8.9.4 Synergies with Existing Facilities or Units 299

8.9.5 Logistics 299

8.9.6 Know-How and Intellectual Property Protection 300

8.9.7 Other Risks 300

8.9.8 Market Access 300

8.9.9 Language and Culture 300

9 Planning, Construction, and Commissioning of a Manufacturing Plant 301

9.1 Steps of the Engineering Project 301

9.1.1 Planning 302

9.1.2 Construction 303

9.1.3 Commissioning, Qualification, Validation 305

9.2 Project Schedules 308

9.3 Cost Estimates 309

9.4 Organization of an Engineering Project 311

9.4.1 Expert Groups Involved 311

9.4.2 Role and Selection of Contractors 311

9.4.3 Contracts and Scope Changes 312

9.5 Successful Execution of an Engineering Project 316

9.6 Legal Aspects of Facility Engineering 317

9.6.1 Health, Safety, and Environmental Law 318

9.6.2 Building Law 319

Part VII: Economy 321

10 Production Costs 323

10.1 Drug Life Cycle 323

10.2 Position of the Manufacturing Costs in the Overall Cost Framework 327

10.3 Basic Principles of Cost Calculation 329

10.3.1 Nominal Accounting – Actual Accounting 330

10.3.2 Cost Accounting – Profit and Loss Accounting 330

10.3.3 Direct Costs – Indirect Costs 330

10.3.4 Fixed Costs – Variable Costs 331

10.3.5 Relevant and Irrelevant Costs 333

10.3.6 Cost Type, Cost Center, and Cost Unit 333

10.4 Costs of Biotechnological Manufacturing Processes 334

10.4.1 Capital Costs 335

10.4.2 Operating Costs 337

10.5 Accounting Methods 338

10.5.1 Cost Accounting 347

10.5.2 Profit and Loss Accounting 350

11 Investments 353

11.1 Basic Principles 354

11.1.1 Investment Targets 354

11.1.2 Types of Investments 355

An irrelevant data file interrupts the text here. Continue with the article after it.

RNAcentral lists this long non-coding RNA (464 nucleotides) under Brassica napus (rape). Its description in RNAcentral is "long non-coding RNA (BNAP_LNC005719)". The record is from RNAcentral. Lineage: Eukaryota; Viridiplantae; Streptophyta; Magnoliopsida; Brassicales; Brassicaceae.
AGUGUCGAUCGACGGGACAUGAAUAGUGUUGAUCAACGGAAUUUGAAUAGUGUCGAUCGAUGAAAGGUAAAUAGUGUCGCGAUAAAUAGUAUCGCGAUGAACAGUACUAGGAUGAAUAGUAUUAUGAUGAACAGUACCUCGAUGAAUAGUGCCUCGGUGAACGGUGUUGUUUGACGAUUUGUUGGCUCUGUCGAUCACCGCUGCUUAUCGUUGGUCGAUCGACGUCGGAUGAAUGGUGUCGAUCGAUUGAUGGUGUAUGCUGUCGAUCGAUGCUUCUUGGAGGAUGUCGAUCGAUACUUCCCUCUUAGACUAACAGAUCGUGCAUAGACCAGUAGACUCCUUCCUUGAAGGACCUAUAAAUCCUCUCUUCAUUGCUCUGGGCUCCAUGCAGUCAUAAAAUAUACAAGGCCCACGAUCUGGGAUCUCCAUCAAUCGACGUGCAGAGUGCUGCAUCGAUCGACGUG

11.1.3 Decision Processes 357

11.2 Value–Benefit Analysis 361

11.3 Investment Appraisal 362

11.3.1 Static Methods 366

11.3.2 Dynamic Methods 367

11.4 Dynamic Payback Time 369

12 Production Concept 371

12.1 Capacity Planning 371

12.2 Dilemma of In-House Manufacturing 374

12.3 Aspects of Manufacturing Outsourcing 377

12.3.1 Types of Cooperation 378

12.3.2 Contractual Agreements 379

12.3.3 Technology Transfer 384

12.3.4 Time Schedules 386

12.4 Make-or-Buy Analysis 387

12.5 Process Optimization after Market Launch 389

12.6 Supply-Chain Management 391

12.6.1 Security of Supply 393

12.6.2 Performance Management 396

Appendix C Examples Part 7: Manufacturing Cost Calculation 399

C.1 Introduction 399

C.2 Basic Assumptions for Both Production Processes 399

C.3 Step 1: Production of Product 1 in Dedicated Facility 399

C.3.1 Cost Structure 400

C.3.2 Product Costs 401

C.3.3 Idle Costs 401

C.3.4 Unit Price Based on Facility Usage 401

C.4 Step 2: Addition of a Second Product 402

C.4.1 Costs of Products 403

C.4.2 Evaluation of Manufacturing Options 404

References 407

Further Reading 407

Biotechnology General 407

Fermentation 408

Purification 408

Aseptic Filling and Lyophilization 408

Bioanalytics 408

Regulatory 408

Pharmacy and Clinical Development 409

Quality and Validation 409

Good Manufacturing Practice 410

Facility Design 410

Clean Rooms 410

Project Management 410

Engineering 410

Economy 411

Weblinks 411

Index 413